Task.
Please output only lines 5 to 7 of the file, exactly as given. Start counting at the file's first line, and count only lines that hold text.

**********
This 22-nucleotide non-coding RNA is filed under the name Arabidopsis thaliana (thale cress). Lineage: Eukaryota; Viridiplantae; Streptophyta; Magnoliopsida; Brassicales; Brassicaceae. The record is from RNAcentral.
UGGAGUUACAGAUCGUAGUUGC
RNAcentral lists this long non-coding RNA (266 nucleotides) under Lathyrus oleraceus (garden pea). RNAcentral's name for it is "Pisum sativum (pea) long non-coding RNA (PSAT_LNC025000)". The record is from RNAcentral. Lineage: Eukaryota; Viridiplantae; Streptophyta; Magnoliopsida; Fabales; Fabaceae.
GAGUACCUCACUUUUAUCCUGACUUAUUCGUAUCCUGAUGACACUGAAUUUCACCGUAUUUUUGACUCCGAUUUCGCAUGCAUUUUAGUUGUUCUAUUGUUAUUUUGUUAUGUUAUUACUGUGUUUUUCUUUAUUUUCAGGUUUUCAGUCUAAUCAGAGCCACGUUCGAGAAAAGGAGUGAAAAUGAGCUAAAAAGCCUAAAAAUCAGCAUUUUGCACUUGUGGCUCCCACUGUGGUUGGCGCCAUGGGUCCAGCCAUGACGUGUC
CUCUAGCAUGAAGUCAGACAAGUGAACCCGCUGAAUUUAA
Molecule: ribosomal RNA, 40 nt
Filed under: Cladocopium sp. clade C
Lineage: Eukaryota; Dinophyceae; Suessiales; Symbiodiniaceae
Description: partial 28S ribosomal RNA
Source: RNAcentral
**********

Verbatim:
CUCUAGCAUGAAGUCAGACAAGUGAACCCGCUGAAUUUAA
Molecule: ribosomal RNA, 40 nt
Filed under: Cladocopium sp. clade C